In June, 2012, American announced that he would be creating a Kickstarter campaign for his latest fairytale title: OZombies, which required a $950,000 goal - his largest Kickstarter goal yet. Due to slow/lackluster funds, the project was eventually cancelled. Another Kickstarter for a project called Alice: Otherlands, a planned series of short films leading to a theatrical film was announced a few days later. This reached its goal on August 4, 2013, and was officially confirmed.  Currently, McGee is attempting to raise fan support for a proposed third Alice game, under the working title Alice: Asylum, in order to convince EA that enough interest exists to justify the game being made.
When asked where he got his unusual name, he answered, "My mom smoked pot. She was a hippie. I'm not sure how else to put that." On his website, American had this to say of the matter: "She claims a woman she knew in college, who named her daughter 'America', inspired the name. She also tells me that she was thinking of naming me 'Obnard'. She was and always has been a very eccentric and creative person." 
His stated mission is "to create a unified production method for story telling across the interactive and film industries" and of himself, he says, "I want to be the next Walt Disney, only a little more wicked."
He also mentions that his inspiration for the macabre tone of Alice comes from his disturbing, dysfunctional childhood. For instance, on McGee's 13th birthday, his father, whom he had just met for the first time, was "stinking drunk" and assaulted the young McGee by attempting to gouge his eyes out with the intent of either killing or molesting him. McGee escaped this event by suggesting they "take both of their cars" to a bar and get drunk. Luckily, the father agreed. Shortly afterwards his father was involved in a car accident. "They got no more than 100 feet away when American's dad crashed into a telephone pole."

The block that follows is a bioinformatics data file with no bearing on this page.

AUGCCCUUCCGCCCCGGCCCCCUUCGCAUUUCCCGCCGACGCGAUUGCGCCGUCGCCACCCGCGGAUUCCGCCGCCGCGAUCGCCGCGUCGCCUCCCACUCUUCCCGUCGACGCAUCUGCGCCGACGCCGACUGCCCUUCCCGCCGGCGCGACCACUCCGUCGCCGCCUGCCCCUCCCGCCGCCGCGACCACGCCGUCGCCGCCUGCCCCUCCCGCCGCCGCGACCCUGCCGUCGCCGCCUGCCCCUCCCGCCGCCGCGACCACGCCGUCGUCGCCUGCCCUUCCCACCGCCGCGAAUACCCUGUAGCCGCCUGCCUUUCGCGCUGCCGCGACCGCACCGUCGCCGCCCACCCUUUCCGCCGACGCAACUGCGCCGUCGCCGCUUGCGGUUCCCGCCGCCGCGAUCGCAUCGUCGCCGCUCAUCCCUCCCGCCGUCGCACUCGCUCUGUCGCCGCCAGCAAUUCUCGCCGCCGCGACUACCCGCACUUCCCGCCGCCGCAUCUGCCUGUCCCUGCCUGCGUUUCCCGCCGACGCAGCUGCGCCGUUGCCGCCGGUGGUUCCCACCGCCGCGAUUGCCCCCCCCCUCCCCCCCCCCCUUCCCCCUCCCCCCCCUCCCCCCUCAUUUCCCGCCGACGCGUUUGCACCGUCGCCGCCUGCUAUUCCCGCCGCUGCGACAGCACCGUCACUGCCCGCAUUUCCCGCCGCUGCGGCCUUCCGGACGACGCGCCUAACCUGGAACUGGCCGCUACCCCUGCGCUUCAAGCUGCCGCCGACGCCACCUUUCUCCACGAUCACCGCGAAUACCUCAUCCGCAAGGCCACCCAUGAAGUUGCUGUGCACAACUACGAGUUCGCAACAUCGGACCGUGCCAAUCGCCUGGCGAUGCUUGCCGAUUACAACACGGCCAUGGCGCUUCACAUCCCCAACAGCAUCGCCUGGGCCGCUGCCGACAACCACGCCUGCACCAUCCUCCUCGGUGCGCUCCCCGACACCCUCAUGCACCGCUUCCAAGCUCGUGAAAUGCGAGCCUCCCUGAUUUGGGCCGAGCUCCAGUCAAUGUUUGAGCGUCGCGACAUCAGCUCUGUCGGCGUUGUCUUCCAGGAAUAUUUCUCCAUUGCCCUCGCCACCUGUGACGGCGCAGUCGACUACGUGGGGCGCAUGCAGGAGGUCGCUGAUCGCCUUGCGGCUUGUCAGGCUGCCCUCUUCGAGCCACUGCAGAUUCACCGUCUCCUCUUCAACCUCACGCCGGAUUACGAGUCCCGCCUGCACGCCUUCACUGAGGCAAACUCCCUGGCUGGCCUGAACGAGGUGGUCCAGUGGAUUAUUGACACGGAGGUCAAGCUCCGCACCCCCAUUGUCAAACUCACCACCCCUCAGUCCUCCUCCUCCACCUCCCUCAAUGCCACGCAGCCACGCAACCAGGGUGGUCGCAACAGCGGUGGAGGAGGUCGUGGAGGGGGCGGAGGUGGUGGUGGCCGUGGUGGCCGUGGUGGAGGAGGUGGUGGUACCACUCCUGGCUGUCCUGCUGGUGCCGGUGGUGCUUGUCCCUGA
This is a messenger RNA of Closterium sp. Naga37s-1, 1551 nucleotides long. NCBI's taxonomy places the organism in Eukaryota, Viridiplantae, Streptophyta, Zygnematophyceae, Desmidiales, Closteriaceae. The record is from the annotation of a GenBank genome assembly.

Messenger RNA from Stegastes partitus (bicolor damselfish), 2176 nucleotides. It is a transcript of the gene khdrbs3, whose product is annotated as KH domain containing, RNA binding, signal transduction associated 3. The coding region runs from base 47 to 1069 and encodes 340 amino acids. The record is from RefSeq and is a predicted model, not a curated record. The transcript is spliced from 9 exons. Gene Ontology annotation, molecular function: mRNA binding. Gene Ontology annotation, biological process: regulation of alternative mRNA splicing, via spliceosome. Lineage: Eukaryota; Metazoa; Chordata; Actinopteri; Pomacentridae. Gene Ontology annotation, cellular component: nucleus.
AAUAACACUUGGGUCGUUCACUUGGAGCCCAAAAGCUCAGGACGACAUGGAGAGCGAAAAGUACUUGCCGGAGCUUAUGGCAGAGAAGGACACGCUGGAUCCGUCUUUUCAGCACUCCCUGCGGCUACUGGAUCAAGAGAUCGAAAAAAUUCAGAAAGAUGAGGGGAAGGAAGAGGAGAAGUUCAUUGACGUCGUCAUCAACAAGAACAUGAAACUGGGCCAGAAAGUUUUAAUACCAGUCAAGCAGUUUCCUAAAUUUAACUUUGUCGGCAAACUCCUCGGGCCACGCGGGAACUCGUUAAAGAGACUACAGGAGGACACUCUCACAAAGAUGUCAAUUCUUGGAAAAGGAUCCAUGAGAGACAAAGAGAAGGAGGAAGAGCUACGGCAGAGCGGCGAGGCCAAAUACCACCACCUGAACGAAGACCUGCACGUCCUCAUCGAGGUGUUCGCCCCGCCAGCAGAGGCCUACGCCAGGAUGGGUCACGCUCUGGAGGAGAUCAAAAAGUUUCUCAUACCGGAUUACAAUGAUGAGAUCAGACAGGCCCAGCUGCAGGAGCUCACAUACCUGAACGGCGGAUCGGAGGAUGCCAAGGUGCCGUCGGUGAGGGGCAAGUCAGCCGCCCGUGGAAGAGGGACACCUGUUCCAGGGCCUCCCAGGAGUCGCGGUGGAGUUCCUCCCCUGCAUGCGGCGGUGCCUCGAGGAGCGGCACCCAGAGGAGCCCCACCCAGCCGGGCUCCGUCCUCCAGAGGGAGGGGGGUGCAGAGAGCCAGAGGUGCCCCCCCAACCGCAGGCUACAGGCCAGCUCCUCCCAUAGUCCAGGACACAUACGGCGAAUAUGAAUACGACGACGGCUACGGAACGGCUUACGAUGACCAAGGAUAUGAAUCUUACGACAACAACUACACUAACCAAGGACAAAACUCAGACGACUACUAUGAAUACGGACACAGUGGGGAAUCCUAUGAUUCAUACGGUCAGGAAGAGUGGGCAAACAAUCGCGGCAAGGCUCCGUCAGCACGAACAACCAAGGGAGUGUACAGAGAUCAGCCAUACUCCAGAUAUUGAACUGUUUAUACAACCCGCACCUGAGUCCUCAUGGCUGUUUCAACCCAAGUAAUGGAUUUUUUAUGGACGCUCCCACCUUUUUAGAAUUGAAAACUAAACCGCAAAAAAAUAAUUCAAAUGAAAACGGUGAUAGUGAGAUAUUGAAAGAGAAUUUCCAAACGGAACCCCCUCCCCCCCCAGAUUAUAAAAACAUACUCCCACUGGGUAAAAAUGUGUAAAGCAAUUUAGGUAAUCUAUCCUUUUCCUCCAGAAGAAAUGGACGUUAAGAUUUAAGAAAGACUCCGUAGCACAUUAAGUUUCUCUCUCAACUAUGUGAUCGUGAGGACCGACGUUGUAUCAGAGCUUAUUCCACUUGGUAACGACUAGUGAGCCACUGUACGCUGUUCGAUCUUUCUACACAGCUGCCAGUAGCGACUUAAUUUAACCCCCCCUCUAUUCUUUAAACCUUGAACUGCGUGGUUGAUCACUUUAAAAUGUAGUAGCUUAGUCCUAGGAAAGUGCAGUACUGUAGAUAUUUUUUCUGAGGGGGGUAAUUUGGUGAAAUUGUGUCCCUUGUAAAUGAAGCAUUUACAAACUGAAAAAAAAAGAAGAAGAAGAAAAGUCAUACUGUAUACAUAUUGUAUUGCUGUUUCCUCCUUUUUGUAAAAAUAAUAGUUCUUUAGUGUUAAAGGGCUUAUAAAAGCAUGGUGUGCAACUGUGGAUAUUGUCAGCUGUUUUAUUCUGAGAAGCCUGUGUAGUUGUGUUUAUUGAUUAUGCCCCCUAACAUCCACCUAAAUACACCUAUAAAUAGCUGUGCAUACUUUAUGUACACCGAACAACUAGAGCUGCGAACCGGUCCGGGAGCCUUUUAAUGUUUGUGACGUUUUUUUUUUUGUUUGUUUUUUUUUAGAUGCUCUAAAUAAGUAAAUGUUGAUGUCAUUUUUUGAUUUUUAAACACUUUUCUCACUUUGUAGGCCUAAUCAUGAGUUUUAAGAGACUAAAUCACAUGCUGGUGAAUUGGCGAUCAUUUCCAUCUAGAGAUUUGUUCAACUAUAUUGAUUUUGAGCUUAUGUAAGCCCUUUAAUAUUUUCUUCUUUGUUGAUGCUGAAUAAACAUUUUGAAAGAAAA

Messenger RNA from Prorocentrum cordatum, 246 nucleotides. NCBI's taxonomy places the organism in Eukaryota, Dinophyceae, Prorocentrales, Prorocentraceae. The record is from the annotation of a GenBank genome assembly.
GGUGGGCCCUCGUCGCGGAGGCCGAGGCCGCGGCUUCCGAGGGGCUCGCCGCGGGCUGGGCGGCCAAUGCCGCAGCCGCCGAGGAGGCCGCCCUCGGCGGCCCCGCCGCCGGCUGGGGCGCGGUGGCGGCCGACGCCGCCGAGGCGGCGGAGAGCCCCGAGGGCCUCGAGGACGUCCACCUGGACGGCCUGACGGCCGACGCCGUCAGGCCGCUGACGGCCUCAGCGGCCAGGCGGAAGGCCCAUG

McGee is both an atheist and a libertarian.
- E1M6: The Door to Chthon
- E1M7: The House of Chthon
- E1M8: Ziggurat Vertigo
- E3M2: The Vaults of Zin
- E3M3: the Tomb of Terror
- E3M4: Satan's Dark Delight
- E3M6: Chambers of Torment - With Tim Willits
- E3M7: the Haunted Halls
- DM2: Claustrophobopolis
- DM4: The Bad Place
- DM7: The Court of Death - With David Namaksy
- That's an excellent question. And there's a really simple answer. All the same sound effect. And all taken from a sound library that each company bought/used for their individual project(s). When I was making sound effects for Quake my sound library consisted of CDs bought from a company... the name escapes me now (that's where the drip came from). And also a large library created from scratch and provided by the Nine Inch Nails guys. To create any one sound in Quake I'd use something raw from one of those sources or combine different sounds from different sources to create something new. I also did some foley work of my own - exploding fireworks inside tubes on the roof of the id offices, for example. That's where the distinctive "whump" sound from an underwater grenade explosion originated. The Nail Gun sound was a combo of guns, helicopter turbine whine, etc.
See this article for a scream that's found in most movies... and I included in Quake for fun as well.